Tuesday, March 17, 2020

Coronavirus Update - End Of Season

We'd already decided that we couldn't go ahead with our final two films of the season before the Alhambra closed. It is a shame to end the season on such a sad note, especially as it has been a successful year for the club. We hope you have enjoyed the films overall and will be raring to go when we start up again.

Meanwhile we are all going to have to plan out a very different Summer to the one we may have thought. Some of you will be in 'lockdown', others will be trying to stay safe whilst having some life outside the home. Please try to help each other as much as you can and take a look at Keswick Community Emergency Recovery Partnership Facebook page for more information on how to help and get help.

Monday, March 09, 2020

A Hidden Life - Sunday 15th March 4:30pm


Terrence Malick is back to his best: "A Hidden Life is a lucid and profoundly defiant portrait of faith in crisis. It's an intimate epic about the immense strength required for resistance, and the courage that it takes for one to hold fast to their virtue during a crisis of faith, and in a world that may never reward them for it. It is, without question, the best thing that Malick has made since 'The Tree of Life'" - David Ehrlich, IndieWire.

Please note the earlier start time of 4:30pm to allow for the longer running time (2hrs 53mins)


Thursday, March 05, 2020

A Review of the Festival

Over four days this past weekend, the Keswick Film Festival showed 28 feature films across three venues - Alhambra, Theatre by the Lake and Rheged. The films were remarkable for their range and many were pre-release having their first UK showing here in Keswick.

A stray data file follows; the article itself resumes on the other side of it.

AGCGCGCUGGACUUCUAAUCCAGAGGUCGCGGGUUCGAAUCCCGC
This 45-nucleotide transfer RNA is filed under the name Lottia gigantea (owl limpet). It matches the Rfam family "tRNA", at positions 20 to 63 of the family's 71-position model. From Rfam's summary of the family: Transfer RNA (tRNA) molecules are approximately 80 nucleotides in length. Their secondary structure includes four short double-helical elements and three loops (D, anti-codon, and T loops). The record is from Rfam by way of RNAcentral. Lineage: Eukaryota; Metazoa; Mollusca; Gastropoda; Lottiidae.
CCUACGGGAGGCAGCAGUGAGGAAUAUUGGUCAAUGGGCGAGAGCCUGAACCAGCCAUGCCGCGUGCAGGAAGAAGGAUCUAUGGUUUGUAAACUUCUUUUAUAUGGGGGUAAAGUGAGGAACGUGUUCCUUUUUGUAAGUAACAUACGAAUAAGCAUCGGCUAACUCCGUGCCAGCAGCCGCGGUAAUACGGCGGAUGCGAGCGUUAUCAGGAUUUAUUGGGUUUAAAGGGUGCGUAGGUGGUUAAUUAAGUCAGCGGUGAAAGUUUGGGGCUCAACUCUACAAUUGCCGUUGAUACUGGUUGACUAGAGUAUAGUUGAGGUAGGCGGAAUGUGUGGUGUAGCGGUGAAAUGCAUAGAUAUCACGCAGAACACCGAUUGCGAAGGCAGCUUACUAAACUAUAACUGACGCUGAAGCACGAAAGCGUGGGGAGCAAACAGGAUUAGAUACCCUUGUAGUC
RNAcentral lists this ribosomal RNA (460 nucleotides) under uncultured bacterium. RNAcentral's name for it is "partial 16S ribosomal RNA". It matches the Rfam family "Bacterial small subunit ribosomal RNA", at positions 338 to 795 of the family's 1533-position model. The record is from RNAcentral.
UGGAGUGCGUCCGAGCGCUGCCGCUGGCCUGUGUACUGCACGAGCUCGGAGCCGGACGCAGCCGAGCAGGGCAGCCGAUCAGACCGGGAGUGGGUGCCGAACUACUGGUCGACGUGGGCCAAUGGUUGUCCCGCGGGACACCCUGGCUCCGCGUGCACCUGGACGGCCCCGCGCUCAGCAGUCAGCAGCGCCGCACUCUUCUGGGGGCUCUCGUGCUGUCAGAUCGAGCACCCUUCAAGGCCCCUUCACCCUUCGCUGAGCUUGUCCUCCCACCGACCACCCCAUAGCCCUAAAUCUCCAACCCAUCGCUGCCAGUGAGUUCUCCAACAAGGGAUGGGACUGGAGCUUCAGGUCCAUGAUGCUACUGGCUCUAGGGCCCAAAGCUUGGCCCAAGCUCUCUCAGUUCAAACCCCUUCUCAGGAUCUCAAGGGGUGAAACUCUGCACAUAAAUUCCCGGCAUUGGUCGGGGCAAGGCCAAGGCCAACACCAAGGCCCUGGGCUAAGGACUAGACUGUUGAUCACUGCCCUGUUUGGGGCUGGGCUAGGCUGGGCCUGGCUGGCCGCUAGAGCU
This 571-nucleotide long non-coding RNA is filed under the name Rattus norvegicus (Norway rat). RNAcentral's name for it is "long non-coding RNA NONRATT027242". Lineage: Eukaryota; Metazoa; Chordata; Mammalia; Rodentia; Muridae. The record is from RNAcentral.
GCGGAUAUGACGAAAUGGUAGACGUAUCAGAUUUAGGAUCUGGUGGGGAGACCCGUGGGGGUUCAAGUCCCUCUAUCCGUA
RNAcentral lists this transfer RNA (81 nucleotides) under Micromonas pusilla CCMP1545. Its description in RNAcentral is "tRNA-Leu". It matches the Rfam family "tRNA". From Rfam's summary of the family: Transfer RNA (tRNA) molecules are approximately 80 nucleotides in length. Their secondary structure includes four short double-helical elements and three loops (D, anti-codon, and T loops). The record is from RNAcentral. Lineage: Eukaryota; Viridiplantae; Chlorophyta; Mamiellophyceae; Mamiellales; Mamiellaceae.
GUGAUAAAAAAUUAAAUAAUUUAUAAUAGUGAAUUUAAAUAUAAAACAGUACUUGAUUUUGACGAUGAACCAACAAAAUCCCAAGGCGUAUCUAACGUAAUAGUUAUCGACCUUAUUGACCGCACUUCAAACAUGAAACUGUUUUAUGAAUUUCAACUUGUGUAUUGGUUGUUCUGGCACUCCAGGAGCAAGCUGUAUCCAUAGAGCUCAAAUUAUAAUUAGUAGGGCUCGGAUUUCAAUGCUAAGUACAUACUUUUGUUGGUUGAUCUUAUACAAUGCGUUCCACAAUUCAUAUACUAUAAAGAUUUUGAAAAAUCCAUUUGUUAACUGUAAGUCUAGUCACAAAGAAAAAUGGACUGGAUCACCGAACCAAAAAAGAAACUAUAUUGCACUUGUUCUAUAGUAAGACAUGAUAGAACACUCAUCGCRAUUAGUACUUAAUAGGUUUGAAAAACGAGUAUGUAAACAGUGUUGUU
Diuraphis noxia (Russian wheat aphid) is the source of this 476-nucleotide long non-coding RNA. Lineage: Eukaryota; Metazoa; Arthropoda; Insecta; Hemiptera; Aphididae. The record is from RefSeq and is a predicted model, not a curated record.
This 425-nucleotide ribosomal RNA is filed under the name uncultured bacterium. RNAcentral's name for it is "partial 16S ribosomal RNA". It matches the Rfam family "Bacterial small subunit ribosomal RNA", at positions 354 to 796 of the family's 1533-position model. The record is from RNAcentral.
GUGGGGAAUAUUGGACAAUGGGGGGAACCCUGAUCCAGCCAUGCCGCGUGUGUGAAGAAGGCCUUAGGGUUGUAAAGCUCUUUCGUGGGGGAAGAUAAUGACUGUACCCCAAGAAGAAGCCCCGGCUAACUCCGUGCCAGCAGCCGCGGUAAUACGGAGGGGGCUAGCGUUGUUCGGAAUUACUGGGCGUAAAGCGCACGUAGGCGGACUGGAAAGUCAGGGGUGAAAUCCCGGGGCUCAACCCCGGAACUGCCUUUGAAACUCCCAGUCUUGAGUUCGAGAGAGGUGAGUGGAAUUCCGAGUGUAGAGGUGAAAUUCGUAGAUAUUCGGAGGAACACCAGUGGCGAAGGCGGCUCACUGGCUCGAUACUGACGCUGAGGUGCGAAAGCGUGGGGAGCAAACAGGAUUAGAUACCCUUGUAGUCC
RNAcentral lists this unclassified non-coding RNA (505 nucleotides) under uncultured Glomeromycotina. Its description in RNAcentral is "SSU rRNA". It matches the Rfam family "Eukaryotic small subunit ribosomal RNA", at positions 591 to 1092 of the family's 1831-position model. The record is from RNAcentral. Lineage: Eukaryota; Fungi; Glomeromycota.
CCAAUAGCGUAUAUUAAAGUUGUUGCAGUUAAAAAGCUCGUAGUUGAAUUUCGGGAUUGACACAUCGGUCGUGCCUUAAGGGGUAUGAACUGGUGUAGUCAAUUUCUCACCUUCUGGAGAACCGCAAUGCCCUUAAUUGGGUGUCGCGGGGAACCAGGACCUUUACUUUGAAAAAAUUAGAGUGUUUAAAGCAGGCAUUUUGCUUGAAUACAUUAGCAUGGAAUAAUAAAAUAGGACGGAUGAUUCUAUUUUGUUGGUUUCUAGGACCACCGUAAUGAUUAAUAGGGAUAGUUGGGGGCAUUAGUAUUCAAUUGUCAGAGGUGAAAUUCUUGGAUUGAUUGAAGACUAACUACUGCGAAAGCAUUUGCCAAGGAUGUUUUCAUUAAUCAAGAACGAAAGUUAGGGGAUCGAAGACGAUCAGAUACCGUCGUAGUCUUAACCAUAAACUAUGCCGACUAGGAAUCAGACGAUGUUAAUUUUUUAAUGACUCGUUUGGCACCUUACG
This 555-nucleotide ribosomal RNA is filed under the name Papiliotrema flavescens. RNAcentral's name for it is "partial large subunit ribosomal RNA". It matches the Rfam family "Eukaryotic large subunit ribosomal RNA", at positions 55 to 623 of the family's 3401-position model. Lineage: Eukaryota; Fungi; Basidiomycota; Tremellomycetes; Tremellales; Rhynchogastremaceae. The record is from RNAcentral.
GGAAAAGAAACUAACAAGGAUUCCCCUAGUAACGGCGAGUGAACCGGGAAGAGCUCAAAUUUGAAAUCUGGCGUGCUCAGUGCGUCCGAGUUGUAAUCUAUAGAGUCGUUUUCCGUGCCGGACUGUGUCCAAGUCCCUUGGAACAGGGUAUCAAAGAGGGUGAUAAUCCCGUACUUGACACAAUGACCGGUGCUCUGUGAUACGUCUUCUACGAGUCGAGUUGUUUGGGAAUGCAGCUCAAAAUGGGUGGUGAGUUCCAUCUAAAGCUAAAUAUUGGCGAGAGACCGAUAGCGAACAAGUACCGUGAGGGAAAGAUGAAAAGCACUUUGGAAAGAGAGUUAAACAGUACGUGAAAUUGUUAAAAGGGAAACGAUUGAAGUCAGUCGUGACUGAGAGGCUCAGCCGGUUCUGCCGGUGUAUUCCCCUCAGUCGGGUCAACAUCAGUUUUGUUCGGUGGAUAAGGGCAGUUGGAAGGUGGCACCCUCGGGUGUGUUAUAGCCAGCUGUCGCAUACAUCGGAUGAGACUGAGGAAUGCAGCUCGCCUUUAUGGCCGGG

One of the films that played to a full house was “Parasite”, a South Korean film that has just won the Best Film Oscar – the first not in English. The Festival team had noted the film some time ago and so it was booked long before the Oscars. For those that missed it, you can catch it at the Alhambra next week.

A moving and thought-provoking film from Syria, “For Sama” gave the highest score ever from the audience. It was introduced by the Keswick Peace and Human Rights Group and showed the appalling suffering against a very human story.

The screening of an old Ken Russell film, “Dance of the Seven Veils” was a unique event and made the national news, as it was the first showing since it was banned after just one show fifty years ago. The film was made in Borrowdale and several people who worked as extras were in the audience including one who had travelled 200 miles to see it. The evening was introduced by Lisi Tribble, Ken’s wife, who had a great store of interesting background stories.

A moment of serendipity came with the showing of “No Fathers in Kashmir” when it was discovered that the star of the film, Zara Webb, was in the audience with her extended family, seeing it for the first time. She gamely stepped up and told us about the making of the film – an interesting story given that it is a subversive film made in a war zone.

A special part of the Festival has always been the Osprey Awards. These are given for short films with a Cumbrian connection and again showed the terrific range and creativity among filmmakers, particularly some of the younger ones.

The audience award for the best film of the Festival went to “The Personal History of David Copperfield”. It’s a very funny, lively take on the Dickens classic, so do see it as it’s now on general release.

Roger Gook

Monday, March 02, 2020

The Third Wife - Sunday 8th March 5pm


The Third Wife is a very beautiful film about a forbidden topic; a young girl, May, taken as Hung's third wife, after Ha and Xuan, finds herself having to compete to exist.
"What we have here is a small, delicate mini-masterpiece, and bright new talent behind the camera." G. Allen Johnson, San Francisco Chronicle